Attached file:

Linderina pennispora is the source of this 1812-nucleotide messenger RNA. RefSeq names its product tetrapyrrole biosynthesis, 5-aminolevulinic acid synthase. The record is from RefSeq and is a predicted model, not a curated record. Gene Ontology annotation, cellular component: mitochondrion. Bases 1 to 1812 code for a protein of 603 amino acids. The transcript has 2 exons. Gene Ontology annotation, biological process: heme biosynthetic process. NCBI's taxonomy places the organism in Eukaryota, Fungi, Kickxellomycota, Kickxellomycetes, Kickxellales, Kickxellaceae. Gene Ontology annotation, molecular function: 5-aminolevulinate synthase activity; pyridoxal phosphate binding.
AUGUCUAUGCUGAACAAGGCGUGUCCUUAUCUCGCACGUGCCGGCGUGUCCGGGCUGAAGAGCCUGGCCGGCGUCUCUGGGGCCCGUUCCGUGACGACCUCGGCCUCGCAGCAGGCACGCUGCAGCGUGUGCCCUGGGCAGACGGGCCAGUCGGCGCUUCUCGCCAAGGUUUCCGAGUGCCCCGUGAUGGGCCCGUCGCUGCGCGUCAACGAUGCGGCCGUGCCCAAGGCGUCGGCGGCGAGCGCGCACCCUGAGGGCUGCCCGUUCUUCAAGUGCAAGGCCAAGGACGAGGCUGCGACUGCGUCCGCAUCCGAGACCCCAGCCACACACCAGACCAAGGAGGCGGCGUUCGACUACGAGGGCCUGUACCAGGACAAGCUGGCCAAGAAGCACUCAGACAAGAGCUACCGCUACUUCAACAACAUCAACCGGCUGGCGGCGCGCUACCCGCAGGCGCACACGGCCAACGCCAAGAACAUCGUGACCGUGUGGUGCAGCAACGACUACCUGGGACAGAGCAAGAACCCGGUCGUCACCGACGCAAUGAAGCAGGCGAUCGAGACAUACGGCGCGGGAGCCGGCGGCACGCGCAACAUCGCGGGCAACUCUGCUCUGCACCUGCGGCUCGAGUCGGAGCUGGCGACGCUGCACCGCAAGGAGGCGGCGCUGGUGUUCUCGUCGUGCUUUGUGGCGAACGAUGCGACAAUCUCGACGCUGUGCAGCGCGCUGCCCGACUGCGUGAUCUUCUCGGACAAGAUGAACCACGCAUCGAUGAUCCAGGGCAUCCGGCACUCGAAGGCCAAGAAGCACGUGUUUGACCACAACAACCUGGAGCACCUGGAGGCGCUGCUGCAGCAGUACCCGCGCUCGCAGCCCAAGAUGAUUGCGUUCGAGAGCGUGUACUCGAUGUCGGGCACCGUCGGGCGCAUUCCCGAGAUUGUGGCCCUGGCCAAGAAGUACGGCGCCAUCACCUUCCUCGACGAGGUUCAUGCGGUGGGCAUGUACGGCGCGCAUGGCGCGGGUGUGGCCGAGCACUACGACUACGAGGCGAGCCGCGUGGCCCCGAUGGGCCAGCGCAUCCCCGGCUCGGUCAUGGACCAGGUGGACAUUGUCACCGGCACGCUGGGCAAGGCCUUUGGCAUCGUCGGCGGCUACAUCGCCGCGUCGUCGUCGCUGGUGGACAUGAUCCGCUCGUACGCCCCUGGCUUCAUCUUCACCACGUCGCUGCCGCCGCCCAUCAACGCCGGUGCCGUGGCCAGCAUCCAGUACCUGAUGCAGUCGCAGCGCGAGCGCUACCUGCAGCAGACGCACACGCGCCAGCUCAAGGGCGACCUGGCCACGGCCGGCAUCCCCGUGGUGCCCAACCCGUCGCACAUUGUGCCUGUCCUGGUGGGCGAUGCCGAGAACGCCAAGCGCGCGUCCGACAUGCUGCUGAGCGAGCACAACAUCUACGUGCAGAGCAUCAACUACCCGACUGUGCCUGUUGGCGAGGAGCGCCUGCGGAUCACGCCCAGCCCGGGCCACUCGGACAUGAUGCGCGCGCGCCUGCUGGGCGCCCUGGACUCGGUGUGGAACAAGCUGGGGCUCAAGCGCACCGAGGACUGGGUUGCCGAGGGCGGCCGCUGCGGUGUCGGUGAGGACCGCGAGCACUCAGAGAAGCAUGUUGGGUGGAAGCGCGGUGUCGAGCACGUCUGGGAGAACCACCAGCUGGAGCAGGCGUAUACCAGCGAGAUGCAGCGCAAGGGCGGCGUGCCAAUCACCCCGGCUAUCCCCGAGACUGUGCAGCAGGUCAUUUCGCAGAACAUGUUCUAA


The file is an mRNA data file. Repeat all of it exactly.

Linderina pennispora is the source of this 1812-nucleotide messenger RNA. RefSeq names its product tetrapyrrole biosynthesis, 5-aminolevulinic acid synthase. The record is from RefSeq and is a predicted model, not a curated record. Gene Ontology annotation, cellular component: mitochondrion. Bases 1 to 1812 code for a protein of 603 amino acids. The transcript has 2 exons. Gene Ontology annotation, biological process: heme biosynthetic process. NCBI's taxonomy places the organism in Eukaryota, Fungi, Kickxellomycota, Kickxellomycetes, Kickxellales, Kickxellaceae. Gene Ontology annotation, molecular function: 5-aminolevulinate synthase activity; pyridoxal phosphate binding.
AUGUCUAUGCUGAACAAGGCGUGUCCUUAUCUCGCACGUGCCGGCGUGUCCGGGCUGAAGAGCCUGGCCGGCGUCUCUGGGGCCCGUUCCGUGACGACCUCGGCCUCGCAGCAGGCACGCUGCAGCGUGUGCCCUGGGCAGACGGGCCAGUCGGCGCUUCUCGCCAAGGUUUCCGAGUGCCCCGUGAUGGGCCCGUCGCUGCGCGUCAACGAUGCGGCCGUGCCCAAGGCGUCGGCGGCGAGCGCGCACCCUGAGGGCUGCCCGUUCUUCAAGUGCAAGGCCAAGGACGAGGCUGCGACUGCGUCCGCAUCCGAGACCCCAGCCACACACCAGACCAAGGAGGCGGCGUUCGACUACGAGGGCCUGUACCAGGACAAGCUGGCCAAGAAGCACUCAGACAAGAGCUACCGCUACUUCAACAACAUCAACCGGCUGGCGGCGCGCUACCCGCAGGCGCACACGGCCAACGCCAAGAACAUCGUGACCGUGUGGUGCAGCAACGACUACCUGGGACAGAGCAAGAACCCGGUCGUCACCGACGCAAUGAAGCAGGCGAUCGAGACAUACGGCGCGGGAGCCGGCGGCACGCGCAACAUCGCGGGCAACUCUGCUCUGCACCUGCGGCUCGAGUCGGAGCUGGCGACGCUGCACCGCAAGGAGGCGGCGCUGGUGUUCUCGUCGUGCUUUGUGGCGAACGAUGCGACAAUCUCGACGCUGUGCAGCGCGCUGCCCGACUGCGUGAUCUUCUCGGACAAGAUGAACCACGCAUCGAUGAUCCAGGGCAUCCGGCACUCGAAGGCCAAGAAGCACGUGUUUGACCACAACAACCUGGAGCACCUGGAGGCGCUGCUGCAGCAGUACCCGCGCUCGCAGCCCAAGAUGAUUGCGUUCGAGAGCGUGUACUCGAUGUCGGGCACCGUCGGGCGCAUUCCCGAGAUUGUGGCCCUGGCCAAGAAGUACGGCGCCAUCACCUUCCUCGACGAGGUUCAUGCGGUGGGCAUGUACGGCGCGCAUGGCGCGGGUGUGGCCGAGCACUACGACUACGAGGCGAGCCGCGUGGCCCCGAUGGGCCAGCGCAUCCCCGGCUCGGUCAUGGACCAGGUGGACAUUGUCACCGGCACGCUGGGCAAGGCCUUUGGCAUCGUCGGCGGCUACAUCGCCGCGUCGUCGUCGCUGGUGGACAUGAUCCGCUCGUACGCCCCUGGCUUCAUCUUCACCACGUCGCUGCCGCCGCCCAUCAACGCCGGUGCCGUGGCCAGCAUCCAGUACCUGAUGCAGUCGCAGCGCGAGCGCUACCUGCAGCAGACGCACACGCGCCAGCUCAAGGGCGACCUGGCCACGGCCGGCAUCCCCGUGGUGCCCAACCCGUCGCACAUUGUGCCUGUCCUGGUGGGCGAUGCCGAGAACGCCAAGCGCGCGUCCGACAUGCUGCUGAGCGAGCACAACAUCUACGUGCAGAGCAUCAACUACCCGACUGUGCCUGUUGGCGAGGAGCGCCUGCGGAUCACGCCCAGCCCGGGCCACUCGGACAUGAUGCGCGCGCGCCUGCUGGGCGCCCUGGACUCGGUGUGGAACAAGCUGGGGCUCAAGCGCACCGAGGACUGGGUUGCCGAGGGCGGCCGCUGCGGUGUCGGUGAGGACCGCGAGCACUCAGAGAAGCAUGUUGGGUGGAAGCGCGGUGUCGAGCACGUCUGGGAGAACCACCAGCUGGAGCAGGCGUAUACCAGCGAGAUGCAGCGCAAGGGCGGCGUGCCAAUCACCCCGGCUAUCCCCGAGACUGUGCAGCAGGUCAUUUCGCAGAACAUGUUCUAA